Scenario Two: You are using the colour and size of gemstones to predict their price. The pattern you are attempting to model is shown in the table below.

Table 2: Hypothetical gemstone pricing system

Size = Small Size = Big
Color = Red$100$300
Color = Blue $200$600

If you fit an additive model – or, to use the proper terminology, a “unity-linked” model – you would need treedepth of two or more to fully model price. Start with $100, add $100 for blueness, add $200 for bigness, and add a further $200 for the interaction of blueness and bigness.

But the effects in this situation aren’t additive. If you fit a multiplicative – or “log-linked” – model, you would only need treedepth of 1: blueness multiplies price by 2, bigness multiplies price by 3, and that explains the entire table.

That’s a cute solution to a toy problem. But when dealing with the kind of data people hire people to deal with – as opposed to the kind of data you can just use physical or mathematical laws to predict – behaviour will be complex enough that effects from a given feature will be additive AND multiplicative AND probably some other -tives. Where does that leave you?

It guarantees that a model with a conventional approach to linkage will never be perfect. But we can minimise the impact of this phenomenon – and hence the treedepth required – by using the least incorrect linkage.

High treedepth can compensate for multiple responses

Scenario Three: You’re back flipping coins; this time, four per row. Start with a value of 1; double it for every heads in the first two coins or tails in the second two, and halve it for every tails in the first two coins or heads in the second two. Once the halvings and doublings are all applied, use the result as the lambda-value for a Poisson random number generator, and take the output as your A-response. Then do the same thing with the same coin results to get B-response and C-response, but with the double-on-heads-halve-on-tails coins as one-and-three and one-and-four respectively. Your total response – that is, your value for y – is the sum of the A-, B-, and C-responses.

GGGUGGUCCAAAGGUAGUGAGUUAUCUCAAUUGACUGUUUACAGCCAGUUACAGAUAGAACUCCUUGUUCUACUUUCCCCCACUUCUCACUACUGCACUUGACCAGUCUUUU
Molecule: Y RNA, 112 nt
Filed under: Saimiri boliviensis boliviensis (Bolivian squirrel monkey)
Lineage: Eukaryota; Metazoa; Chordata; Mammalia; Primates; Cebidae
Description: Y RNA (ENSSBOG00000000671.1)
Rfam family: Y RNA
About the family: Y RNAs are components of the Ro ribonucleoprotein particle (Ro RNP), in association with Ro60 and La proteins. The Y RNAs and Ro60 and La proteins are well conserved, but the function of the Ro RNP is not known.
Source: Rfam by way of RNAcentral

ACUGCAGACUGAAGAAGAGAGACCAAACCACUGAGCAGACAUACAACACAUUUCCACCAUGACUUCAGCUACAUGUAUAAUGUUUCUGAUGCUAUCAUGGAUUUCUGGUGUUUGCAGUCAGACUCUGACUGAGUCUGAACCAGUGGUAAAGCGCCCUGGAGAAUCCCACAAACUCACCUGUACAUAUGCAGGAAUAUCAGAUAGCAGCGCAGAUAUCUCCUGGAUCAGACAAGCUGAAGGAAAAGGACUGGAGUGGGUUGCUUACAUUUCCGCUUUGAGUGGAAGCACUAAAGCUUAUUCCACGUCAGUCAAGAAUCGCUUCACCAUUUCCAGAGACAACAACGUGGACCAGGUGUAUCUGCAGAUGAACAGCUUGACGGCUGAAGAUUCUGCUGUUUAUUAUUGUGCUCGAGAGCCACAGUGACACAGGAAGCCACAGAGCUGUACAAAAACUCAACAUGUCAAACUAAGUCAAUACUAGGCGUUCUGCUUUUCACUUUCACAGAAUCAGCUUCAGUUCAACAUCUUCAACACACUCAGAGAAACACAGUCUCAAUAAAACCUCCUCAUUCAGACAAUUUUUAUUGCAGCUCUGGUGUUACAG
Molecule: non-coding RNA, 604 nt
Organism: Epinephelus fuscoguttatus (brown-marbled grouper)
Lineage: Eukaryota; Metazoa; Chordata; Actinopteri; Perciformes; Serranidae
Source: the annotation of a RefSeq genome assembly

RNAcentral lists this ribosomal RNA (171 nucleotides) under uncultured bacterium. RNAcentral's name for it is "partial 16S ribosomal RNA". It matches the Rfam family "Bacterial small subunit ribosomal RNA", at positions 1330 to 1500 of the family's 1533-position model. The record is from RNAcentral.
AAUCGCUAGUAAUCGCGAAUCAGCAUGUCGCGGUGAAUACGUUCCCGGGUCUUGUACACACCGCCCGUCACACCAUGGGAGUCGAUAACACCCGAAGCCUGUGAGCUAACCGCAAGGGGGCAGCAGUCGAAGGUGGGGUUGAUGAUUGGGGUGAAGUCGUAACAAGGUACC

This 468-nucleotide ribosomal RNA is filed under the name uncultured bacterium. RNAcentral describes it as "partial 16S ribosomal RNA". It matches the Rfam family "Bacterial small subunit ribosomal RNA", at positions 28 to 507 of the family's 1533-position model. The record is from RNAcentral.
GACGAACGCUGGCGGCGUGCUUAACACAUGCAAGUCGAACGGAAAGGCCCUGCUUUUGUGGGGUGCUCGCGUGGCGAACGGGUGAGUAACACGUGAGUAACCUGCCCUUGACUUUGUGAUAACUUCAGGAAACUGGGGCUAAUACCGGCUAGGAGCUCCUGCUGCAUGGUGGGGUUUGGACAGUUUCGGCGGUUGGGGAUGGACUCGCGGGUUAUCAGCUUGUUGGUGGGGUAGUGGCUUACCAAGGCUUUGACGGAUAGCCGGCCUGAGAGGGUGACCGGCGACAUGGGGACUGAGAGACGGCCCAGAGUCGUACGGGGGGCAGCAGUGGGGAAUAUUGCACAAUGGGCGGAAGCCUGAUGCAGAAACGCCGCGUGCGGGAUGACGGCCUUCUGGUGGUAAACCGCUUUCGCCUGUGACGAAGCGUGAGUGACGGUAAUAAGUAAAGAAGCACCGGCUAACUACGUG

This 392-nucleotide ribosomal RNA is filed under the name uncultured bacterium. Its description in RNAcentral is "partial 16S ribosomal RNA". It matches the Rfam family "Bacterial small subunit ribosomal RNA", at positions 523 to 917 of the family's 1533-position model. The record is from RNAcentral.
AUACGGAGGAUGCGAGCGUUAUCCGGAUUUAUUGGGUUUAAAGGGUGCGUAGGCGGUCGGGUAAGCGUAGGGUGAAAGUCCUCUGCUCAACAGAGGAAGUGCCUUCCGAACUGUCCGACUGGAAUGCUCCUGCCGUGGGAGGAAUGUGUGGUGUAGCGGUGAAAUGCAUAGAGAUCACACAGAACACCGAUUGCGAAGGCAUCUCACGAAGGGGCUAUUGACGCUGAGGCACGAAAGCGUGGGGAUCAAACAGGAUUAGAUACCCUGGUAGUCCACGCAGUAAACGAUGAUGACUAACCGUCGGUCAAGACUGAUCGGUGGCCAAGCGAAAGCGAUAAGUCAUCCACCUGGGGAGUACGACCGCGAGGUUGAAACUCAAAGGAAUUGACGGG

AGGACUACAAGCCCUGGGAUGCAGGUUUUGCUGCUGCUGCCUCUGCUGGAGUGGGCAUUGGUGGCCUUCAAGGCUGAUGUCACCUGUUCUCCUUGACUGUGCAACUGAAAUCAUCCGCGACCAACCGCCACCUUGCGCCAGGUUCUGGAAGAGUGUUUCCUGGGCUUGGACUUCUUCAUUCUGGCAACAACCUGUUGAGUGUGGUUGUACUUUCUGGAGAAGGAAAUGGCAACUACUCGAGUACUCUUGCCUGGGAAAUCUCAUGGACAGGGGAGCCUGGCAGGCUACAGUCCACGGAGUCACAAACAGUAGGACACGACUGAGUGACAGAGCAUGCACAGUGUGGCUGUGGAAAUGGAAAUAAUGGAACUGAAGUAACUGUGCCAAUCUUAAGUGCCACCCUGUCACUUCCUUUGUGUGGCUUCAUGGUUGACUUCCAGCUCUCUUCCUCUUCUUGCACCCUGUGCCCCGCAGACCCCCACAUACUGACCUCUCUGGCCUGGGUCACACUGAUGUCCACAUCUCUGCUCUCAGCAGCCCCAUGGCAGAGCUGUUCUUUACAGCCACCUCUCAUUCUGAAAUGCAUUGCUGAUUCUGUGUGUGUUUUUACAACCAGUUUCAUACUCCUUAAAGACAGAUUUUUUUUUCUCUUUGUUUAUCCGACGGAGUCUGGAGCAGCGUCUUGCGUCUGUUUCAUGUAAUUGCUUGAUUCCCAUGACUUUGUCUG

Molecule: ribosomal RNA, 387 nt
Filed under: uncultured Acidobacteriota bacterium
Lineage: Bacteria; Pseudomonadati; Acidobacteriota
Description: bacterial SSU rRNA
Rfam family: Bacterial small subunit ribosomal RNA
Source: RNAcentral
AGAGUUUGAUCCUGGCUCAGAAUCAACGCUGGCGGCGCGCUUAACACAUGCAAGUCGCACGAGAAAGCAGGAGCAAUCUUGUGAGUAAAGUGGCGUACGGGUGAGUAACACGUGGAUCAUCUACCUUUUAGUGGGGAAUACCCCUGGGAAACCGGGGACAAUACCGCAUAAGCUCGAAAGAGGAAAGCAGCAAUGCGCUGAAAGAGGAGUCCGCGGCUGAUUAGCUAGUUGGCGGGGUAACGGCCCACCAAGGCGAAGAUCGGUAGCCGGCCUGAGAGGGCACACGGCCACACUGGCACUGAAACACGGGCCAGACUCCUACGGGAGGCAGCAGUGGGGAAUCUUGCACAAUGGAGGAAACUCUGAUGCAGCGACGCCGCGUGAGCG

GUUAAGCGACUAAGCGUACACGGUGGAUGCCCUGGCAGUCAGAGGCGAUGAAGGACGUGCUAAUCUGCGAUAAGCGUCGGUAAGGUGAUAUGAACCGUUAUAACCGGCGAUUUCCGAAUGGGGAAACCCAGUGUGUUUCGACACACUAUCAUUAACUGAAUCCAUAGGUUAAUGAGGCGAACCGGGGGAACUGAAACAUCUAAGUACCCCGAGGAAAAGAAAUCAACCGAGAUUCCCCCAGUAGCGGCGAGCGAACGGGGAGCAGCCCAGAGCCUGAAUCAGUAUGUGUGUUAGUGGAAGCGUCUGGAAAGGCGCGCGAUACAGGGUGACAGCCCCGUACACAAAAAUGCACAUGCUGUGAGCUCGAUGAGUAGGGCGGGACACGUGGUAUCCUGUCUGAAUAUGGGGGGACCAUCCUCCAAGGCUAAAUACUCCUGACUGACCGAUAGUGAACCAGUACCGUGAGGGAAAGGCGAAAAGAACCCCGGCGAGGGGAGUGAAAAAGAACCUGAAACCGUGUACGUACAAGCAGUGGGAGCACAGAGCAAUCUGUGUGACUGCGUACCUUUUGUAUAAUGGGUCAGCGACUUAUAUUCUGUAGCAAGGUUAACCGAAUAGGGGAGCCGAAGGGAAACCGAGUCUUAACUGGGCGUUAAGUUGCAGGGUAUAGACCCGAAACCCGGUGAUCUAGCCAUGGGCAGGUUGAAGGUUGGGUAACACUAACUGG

I didn’t grasp any of that, but it sounds complex and arbitrary. Did you engineer a dataset which would never occur in the real world, just so you could get whatever effect you’re hunting for?

Any situation where your response variable can be decomposed into multiple processes which deserve their own models, but where all you have access to is the sum of the outputs from those processes, will end up resembling this.

For example: let’s say you’re predicting staff injuries caused by lions at a zoo, and bites and scratches and headbutts should all be modelled separately, but you’re only given the total injury count per lion per year. Or you’re building an insurance model predicting claims from customer data, and some of the claims are fraudulent and some aren’t, but you only know how many claims each customer made in total. Or you’re predicting human height, which can be decomposed into leg height plus torso height plus head height, but you’re only given the head-to-toe measurement.

So, in other words, any situation where the thing you’re predicting contains more than one type of thing?

Not quite any situation: if we’d made the effects of the explanatory features on the responses additive instead of multiplicative, they’d be able to combine simply, and there’d be no benefit to increased treedepth. But in our log-linked setup, despite no interactions in the response generation process, treedepth=3 models consistently beat treedepth=1 models.

Table 3a: Example results

max_depth = 1, 100 trees 2.9414 4.0419
max_depth = 1, 200 trees2.94134.0596
max_depth = 3, 100 trees1.95832.6376